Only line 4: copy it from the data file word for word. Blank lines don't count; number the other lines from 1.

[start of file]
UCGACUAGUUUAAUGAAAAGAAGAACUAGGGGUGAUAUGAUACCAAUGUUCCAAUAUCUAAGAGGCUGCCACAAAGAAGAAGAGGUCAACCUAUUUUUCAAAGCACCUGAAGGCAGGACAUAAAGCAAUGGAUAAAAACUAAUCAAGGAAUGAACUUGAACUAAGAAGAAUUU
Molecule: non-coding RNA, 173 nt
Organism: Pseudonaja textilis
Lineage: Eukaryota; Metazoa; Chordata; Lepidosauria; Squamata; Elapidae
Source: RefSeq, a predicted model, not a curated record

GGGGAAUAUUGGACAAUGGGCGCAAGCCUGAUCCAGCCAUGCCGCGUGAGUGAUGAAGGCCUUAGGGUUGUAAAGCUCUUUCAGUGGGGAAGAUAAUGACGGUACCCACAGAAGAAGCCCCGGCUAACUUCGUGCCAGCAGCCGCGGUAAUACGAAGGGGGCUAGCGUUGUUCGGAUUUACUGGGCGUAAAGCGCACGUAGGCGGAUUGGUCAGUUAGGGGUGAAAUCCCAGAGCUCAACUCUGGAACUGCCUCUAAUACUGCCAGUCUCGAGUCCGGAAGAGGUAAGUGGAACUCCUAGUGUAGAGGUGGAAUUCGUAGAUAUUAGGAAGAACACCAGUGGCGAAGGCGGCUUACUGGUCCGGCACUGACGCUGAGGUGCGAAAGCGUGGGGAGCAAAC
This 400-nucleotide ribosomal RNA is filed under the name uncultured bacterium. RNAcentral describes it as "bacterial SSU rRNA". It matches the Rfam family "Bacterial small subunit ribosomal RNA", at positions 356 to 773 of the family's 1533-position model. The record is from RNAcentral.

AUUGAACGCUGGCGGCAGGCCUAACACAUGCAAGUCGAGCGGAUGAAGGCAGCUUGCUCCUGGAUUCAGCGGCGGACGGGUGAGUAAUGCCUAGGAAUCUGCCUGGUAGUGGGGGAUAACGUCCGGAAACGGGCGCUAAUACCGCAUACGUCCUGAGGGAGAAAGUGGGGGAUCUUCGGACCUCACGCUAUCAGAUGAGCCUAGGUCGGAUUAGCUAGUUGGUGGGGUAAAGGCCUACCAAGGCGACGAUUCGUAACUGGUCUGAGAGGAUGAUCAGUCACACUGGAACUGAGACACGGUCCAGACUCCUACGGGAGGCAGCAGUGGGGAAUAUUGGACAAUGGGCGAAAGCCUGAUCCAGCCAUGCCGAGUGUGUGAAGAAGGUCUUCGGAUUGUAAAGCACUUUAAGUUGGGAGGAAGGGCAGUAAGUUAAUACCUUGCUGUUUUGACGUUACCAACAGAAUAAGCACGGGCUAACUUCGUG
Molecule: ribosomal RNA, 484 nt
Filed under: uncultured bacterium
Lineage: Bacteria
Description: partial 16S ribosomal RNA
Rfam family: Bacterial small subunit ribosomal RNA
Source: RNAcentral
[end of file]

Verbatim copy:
Lineage: Eukaryota; Metazoa; Chordata; Lepidosauria; Squamata; Elapidae